Wildfires and Smoke in Oregon

Wildfires and Smoke in Oregon

On August 27, 2017, the Moderate Resolution Imaging Spectroradiometer (MODIS) on NASA’s Terra satellite captured this image of wildfires burning in Oregon. Actively burning areas, detected by the thermal bands on MODIS, are outlined in red.

The Chetco Bar fire is the largest in the scene, visible in the southwest corner of the state. At the time, the fire had already burned the more than 100,000 acres since lightning ignited it in mid-July. The fire spurred evacuations, and the smoke has caused air in the region to be categorized “unhealthy.”

Other fires burned in the Willamette and Umpqua national forests. So far, these fires have burned a smaller area compared to Chetco Bar, but each is contributing to the regional blanket of smoke. Hot and dry conditions (due to a high-pressure system) have played a role in the fire activity, according to the Oregon Department of Forestry.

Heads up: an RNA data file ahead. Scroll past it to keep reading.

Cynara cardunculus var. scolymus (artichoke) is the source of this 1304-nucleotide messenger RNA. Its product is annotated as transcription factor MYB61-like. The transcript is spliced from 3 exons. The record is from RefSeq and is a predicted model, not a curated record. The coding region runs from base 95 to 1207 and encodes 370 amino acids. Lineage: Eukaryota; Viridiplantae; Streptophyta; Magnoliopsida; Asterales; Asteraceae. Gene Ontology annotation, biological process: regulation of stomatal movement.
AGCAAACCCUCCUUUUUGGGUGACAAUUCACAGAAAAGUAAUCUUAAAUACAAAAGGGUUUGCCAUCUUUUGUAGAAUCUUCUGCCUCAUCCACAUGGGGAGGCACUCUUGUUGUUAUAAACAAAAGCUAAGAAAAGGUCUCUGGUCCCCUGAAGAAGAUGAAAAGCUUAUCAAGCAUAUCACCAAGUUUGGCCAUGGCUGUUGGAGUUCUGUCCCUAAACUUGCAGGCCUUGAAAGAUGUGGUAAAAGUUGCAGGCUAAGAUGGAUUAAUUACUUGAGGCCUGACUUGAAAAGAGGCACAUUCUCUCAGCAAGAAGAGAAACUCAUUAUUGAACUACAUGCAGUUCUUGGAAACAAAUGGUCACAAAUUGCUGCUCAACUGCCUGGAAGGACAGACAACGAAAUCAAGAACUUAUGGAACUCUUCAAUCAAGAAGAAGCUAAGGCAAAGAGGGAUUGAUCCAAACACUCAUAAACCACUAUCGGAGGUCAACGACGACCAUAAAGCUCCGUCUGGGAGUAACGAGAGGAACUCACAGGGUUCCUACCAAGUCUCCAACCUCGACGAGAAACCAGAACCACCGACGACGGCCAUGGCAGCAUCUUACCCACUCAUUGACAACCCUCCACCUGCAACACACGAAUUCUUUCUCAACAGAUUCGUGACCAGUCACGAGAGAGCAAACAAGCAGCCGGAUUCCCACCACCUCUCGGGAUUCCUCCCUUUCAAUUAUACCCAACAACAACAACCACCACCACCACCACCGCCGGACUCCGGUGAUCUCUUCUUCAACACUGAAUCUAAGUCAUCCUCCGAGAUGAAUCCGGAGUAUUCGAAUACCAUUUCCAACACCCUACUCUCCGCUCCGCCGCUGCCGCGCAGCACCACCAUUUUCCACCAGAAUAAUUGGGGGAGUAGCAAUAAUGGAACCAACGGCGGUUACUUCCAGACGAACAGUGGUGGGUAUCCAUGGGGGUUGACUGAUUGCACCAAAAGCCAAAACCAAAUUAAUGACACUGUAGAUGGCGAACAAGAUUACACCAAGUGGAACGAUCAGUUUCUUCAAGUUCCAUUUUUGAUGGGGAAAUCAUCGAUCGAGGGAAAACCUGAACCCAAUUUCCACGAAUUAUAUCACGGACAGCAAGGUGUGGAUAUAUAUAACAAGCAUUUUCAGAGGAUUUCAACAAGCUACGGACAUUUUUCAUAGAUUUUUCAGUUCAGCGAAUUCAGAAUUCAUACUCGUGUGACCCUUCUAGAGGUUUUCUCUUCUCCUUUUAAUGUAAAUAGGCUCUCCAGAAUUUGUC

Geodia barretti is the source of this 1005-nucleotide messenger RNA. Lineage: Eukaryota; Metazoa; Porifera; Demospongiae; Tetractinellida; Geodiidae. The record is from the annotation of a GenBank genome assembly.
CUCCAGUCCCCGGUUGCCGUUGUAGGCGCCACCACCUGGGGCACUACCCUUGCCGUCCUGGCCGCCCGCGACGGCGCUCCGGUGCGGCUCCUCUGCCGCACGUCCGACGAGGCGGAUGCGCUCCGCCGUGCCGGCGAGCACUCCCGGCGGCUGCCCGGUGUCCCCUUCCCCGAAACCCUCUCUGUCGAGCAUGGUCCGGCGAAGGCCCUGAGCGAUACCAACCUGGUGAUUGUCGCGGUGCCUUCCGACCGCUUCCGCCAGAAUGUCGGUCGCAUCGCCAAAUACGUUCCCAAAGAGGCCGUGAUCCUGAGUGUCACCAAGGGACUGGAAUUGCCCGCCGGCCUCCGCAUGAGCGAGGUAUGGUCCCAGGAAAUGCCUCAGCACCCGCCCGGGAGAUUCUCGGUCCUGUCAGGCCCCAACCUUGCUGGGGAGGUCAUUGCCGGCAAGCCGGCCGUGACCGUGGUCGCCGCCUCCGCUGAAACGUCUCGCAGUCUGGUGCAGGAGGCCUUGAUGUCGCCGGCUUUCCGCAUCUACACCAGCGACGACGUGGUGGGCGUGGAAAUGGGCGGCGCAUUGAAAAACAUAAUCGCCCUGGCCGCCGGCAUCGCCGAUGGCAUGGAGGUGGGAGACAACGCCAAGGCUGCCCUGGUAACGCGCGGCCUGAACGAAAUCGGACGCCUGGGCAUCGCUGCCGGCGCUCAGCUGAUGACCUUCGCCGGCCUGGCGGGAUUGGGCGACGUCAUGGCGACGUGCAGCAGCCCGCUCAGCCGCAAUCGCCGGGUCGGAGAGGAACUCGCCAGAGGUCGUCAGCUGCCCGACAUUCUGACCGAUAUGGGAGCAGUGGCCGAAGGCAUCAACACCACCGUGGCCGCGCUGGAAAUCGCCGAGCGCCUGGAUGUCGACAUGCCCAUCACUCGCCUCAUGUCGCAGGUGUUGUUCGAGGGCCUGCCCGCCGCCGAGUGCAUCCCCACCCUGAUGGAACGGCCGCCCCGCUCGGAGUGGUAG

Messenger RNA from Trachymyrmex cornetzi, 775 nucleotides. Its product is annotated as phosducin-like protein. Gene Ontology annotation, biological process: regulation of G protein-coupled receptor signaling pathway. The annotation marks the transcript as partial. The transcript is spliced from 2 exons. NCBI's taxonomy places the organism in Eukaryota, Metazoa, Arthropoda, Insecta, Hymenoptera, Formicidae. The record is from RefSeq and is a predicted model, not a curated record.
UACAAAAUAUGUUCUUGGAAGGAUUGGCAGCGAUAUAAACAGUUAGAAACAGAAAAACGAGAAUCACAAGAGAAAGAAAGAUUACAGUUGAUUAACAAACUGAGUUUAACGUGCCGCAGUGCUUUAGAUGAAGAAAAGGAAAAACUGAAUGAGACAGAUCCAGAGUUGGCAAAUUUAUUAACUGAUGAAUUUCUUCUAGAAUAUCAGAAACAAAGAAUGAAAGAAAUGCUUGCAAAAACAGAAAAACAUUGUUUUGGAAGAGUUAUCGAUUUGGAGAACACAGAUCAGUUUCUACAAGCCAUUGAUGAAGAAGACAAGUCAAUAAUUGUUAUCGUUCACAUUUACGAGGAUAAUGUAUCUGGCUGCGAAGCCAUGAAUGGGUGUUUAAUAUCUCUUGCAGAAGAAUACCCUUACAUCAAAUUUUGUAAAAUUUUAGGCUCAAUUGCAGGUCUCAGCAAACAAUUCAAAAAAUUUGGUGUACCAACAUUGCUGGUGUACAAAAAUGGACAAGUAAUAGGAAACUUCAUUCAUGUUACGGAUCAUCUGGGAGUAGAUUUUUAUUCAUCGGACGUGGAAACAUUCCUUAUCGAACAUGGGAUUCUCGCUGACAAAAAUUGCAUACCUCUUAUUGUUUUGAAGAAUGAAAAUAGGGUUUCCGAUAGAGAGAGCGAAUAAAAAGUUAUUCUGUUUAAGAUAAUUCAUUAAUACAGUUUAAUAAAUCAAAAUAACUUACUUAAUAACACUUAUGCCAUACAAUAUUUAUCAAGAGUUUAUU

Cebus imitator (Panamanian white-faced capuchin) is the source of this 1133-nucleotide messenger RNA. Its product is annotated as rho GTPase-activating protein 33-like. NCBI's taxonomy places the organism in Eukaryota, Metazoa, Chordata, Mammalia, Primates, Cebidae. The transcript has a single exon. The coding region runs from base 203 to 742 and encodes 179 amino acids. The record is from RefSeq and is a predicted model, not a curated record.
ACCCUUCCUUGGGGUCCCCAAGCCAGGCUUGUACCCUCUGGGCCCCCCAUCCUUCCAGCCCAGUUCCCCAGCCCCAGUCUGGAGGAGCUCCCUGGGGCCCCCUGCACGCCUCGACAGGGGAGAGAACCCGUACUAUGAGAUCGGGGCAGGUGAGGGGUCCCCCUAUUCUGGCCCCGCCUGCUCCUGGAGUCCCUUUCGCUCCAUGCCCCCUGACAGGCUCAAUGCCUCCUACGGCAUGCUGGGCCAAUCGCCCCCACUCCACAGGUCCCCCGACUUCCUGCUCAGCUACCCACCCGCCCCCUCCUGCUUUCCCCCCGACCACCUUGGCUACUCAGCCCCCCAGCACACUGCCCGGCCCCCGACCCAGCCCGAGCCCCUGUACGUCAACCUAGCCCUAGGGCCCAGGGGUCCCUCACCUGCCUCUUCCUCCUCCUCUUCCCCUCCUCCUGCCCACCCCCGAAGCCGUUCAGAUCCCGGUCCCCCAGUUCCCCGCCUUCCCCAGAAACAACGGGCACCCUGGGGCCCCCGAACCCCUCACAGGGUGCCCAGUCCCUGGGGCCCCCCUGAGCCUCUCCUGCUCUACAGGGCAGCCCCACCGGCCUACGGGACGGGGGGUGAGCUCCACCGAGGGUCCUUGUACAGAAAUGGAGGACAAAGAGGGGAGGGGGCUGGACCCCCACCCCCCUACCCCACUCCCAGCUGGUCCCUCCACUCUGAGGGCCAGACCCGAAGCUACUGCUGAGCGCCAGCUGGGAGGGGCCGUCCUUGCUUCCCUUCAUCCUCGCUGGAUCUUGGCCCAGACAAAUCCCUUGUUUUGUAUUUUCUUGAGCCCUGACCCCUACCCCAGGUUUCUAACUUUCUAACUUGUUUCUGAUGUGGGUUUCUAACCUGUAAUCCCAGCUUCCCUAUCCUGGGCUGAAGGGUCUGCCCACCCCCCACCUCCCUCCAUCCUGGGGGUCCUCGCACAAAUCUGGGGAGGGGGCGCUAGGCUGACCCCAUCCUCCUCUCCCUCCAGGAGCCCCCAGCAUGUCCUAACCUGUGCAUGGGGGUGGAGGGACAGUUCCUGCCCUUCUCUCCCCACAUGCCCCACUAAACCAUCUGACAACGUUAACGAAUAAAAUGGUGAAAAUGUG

According to the National Interagency Fire Center, 51 large fires have burned almost 600,000 acres in the U.S. West in 2017. View the wide image to see smoke from fires in California, Idaho, Washington, and Montana.

NASA image by Jeff Schmaltz, LANCE/EOSDIS Rapid Response. Caption by Kathryn Hansen.

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